www.EthicaInstitute.com If youre a banker, you can start doing two things at your bank: 1) check that your banks products comply with AAOIFI. The latest standards are available at www.aaoi.com; and 2) start switching to Musharakah and Mudarabah for a variety of activities ranging from liquidity management to trade nance. And if your bank doesnt offer Islamic nance, start asking why. If youre a regulator and Islamic nance is already practiced in your jurisdiction, pressure banks to follow AAOIFI or risk having their licenses suspended. At a broader level, support the Islamic micronance industry. If Islamic nance hasnt yet reached your jurisdiction, promote awareness with training and educational initiatives. If youre an entrepreneur, you probably have a skill the Islamic nance industry could use. Dream big: create a company, a community-based institution, a local currency, an ecologically-minded village, or an innovative product. In most countries, people still lack interest-free alternatives to home, education, and healthcare nancing. Why is it easier to issue a billion dollar Sukuk than it is to raise a single penny for a Shariah-compliant education nancing? How can we better operationalize Zakah? How do we build Waqf-based community-owned trust models? The recommended reading list for entrepreneurs later in this book gets you started with your idea. And if youre a student, learn Islamic nance. Think beyond the standard career path and seriously consider starting something on your own. Do what you love and success will follow. We believe this century indeed, the coming years will be like nothing before. Global heating will mean less food and water. Peak oil will mean less energy. And repeated nancial crises will mean less certainty. We can throw our hands up and walk away in resignation. Or we can identify the root problems and do something about it. God only makes us responsible for our actions. He takes care of outcomes. We believe that its time to openly question the interest-based paradigm and promote interest-free nance as the proven alternative. But the rst step to questioning a paradigm and offering an alternative is to educate yourself. Only then will you believe. And thats what this book is all about: conviction. Because if you believe, then so will everyone else.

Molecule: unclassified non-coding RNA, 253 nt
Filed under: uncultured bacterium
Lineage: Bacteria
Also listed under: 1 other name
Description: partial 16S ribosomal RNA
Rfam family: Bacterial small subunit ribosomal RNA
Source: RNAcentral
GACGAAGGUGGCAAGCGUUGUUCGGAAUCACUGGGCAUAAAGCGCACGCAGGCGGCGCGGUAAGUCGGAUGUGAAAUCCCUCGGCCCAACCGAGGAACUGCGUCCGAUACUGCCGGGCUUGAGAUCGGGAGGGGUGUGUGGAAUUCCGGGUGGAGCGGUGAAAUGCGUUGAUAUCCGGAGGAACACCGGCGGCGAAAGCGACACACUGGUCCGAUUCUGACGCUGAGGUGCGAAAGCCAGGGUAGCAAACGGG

Manifesto